Tourek states that at the other stations, there are no employees classified as Ground Operations Agents. He states that "many, but not all, of the duties that are performed by Ground Operations Agents in Las Vegas are contracted out in the other locations." At the other stations, however, the Carrier has employees who are classified as Customer Service Agents. Tourek states that a "substantial number of these employees perform weight and balance calculations and/or load planning functions." He also states that these employees bid shifts where weight and balance and load planning constitute their job functions for the entire shift. Otherwise, Tourek states, the Customer Service Agents in the other stations perform the same duties as the Customer Service Agents in Las Vegas.
Tourek states that the following percentage of Customer Service Agents in the other stations "have, on a regular basis" performed weight and balance calculations and load planning functions: Miami (twenty-five percent); JFK (twenty-five percent); Midway (twenty percent); Los Angeles (thirty-five percent); Dallas/Fort Worth (thirty-five percent); Newark (twenty percent); Philadelphia (fifteen percent) and San Francisco (ten percent).
Tourek also states that National is engaged in ongoing training to train more Customer Service Agents to perform weight and balance calculations and load planning. Finally, Tourek states that all Customer Service and Ground Operations Agents of the Carrier work in the "Customer Services Division" under the same employee policies and benefits.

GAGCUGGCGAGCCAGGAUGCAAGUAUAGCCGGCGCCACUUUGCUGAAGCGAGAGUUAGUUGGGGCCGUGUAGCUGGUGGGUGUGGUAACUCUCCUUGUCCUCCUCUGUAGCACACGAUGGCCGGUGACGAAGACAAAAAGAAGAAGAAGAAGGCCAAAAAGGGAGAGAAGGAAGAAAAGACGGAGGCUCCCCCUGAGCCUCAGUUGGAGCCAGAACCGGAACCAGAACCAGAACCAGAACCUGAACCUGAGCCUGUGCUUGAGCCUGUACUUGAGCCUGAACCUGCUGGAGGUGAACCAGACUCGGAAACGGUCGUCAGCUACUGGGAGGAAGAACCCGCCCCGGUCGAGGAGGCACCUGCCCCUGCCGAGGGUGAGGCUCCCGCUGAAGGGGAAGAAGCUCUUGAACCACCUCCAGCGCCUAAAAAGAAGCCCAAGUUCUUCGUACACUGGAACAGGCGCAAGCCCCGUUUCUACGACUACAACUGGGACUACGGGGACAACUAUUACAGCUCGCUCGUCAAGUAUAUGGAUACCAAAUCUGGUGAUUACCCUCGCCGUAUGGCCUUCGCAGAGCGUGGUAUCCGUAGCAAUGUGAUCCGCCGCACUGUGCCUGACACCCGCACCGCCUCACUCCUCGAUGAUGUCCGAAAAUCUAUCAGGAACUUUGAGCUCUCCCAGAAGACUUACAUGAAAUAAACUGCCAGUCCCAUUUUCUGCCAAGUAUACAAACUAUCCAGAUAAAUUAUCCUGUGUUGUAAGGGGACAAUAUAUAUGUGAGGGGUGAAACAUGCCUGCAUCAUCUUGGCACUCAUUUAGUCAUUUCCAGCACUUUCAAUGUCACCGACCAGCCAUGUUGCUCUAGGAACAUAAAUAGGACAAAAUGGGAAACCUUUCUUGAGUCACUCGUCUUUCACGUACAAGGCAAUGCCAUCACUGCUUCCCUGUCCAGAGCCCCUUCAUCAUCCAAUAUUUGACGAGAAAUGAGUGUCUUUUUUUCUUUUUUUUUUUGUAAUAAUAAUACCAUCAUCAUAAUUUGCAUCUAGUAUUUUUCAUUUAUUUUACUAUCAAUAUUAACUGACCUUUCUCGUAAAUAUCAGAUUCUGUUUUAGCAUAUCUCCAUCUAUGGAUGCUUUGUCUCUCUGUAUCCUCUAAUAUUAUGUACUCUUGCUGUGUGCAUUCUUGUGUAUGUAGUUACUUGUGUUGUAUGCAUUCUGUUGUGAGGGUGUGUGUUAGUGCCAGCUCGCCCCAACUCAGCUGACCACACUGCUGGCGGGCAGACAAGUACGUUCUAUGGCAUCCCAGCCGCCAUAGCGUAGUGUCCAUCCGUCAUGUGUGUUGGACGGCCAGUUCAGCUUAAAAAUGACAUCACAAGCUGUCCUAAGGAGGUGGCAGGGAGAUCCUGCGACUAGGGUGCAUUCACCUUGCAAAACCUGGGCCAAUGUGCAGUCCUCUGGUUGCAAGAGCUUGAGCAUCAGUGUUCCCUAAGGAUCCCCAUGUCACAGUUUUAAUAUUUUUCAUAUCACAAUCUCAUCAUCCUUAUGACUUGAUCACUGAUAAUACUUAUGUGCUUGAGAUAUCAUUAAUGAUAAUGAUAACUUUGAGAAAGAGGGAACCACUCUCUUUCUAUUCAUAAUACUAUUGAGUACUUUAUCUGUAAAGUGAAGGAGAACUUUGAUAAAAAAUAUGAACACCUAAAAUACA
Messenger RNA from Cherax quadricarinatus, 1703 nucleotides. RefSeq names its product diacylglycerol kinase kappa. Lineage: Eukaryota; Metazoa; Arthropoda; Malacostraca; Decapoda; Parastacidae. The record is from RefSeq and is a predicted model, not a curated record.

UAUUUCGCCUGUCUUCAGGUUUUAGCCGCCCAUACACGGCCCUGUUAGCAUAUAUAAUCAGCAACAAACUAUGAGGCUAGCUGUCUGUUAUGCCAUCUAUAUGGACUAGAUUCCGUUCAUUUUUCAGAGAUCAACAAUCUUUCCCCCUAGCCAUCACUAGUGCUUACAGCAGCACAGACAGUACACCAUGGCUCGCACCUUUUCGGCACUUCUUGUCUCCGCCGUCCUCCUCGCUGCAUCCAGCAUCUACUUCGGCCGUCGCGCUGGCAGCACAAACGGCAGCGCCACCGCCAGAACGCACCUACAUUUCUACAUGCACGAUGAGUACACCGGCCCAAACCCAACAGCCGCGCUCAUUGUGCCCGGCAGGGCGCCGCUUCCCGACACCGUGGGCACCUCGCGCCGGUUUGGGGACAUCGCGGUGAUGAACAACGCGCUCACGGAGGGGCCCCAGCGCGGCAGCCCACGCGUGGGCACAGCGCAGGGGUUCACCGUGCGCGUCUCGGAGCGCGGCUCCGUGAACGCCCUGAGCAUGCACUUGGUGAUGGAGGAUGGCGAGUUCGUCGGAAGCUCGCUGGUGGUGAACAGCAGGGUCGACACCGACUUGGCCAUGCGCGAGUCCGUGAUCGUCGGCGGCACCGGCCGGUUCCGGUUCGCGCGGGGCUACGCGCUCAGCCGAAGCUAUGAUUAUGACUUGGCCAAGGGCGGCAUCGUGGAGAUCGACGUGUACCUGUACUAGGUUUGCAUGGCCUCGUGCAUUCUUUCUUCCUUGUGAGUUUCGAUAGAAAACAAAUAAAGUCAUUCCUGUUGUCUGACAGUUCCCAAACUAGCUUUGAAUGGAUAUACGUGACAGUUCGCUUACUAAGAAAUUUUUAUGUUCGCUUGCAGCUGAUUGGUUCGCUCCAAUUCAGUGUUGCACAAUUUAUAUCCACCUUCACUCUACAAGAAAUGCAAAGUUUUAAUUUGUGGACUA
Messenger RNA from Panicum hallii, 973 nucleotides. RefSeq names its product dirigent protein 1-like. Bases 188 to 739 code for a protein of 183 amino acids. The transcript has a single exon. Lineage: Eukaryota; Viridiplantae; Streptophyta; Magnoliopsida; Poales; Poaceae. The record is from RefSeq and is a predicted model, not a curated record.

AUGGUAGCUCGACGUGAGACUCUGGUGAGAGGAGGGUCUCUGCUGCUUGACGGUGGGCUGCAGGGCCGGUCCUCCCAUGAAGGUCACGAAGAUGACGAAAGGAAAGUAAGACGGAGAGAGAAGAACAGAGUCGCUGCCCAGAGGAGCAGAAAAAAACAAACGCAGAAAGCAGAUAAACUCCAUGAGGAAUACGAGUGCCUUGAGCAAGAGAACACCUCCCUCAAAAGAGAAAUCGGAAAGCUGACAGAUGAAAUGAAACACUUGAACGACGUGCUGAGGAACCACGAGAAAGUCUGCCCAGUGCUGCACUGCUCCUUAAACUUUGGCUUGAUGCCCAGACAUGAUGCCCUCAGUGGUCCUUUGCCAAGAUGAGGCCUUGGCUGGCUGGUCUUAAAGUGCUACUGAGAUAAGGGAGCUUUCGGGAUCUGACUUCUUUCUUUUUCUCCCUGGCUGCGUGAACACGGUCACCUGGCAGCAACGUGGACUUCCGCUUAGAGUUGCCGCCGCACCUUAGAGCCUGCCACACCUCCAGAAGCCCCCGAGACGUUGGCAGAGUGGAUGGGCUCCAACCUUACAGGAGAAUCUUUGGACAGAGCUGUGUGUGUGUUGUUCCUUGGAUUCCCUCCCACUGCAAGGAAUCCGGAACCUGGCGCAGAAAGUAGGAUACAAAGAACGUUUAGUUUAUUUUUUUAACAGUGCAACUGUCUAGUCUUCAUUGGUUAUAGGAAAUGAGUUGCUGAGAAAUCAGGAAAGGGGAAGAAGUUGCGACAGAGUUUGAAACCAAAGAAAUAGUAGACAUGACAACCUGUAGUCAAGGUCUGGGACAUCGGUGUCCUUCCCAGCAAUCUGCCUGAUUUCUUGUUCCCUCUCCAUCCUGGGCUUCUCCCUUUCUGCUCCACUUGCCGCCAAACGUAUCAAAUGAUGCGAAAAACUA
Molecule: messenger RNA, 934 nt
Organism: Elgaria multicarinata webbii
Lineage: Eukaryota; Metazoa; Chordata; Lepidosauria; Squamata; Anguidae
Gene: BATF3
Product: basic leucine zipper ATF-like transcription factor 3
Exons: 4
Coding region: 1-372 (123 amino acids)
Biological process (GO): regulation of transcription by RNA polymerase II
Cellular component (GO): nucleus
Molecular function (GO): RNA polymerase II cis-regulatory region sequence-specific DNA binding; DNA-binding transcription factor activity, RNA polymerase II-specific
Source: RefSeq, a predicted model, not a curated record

Based on the record, the Board finds that the combined craft or class the Carrier seeks would have approximately 401 employees. Given the Carrier's statements, approximately 128 employees do fleet service work and/or weight and balance calculations and load planning. This represents approximately thirty-two percent of a combined Fleet Service Employees and Passenger Service Employees craft or class.
The Board makes craft or class determinations based upon a work-related community of interest. American Airlines, Inc., 26 NMB 106 (1998); LSG Lufthansa Services, Inc., 25 NMB 96 (1997). In determining the proper craft or class for employees, the Board is guided by Section 5.1 of the Representation Manual which states:
Individual cases require consideration of facts peculiar to particular situations, but, in addition, there are general factors to be considered. They may include, among others, the composition and relative permanency of employee groupings along craft or class lines; the functions, duties, and responsibilities of the employees; the general nature of their work; and the extent of community of interest existing between job classifications.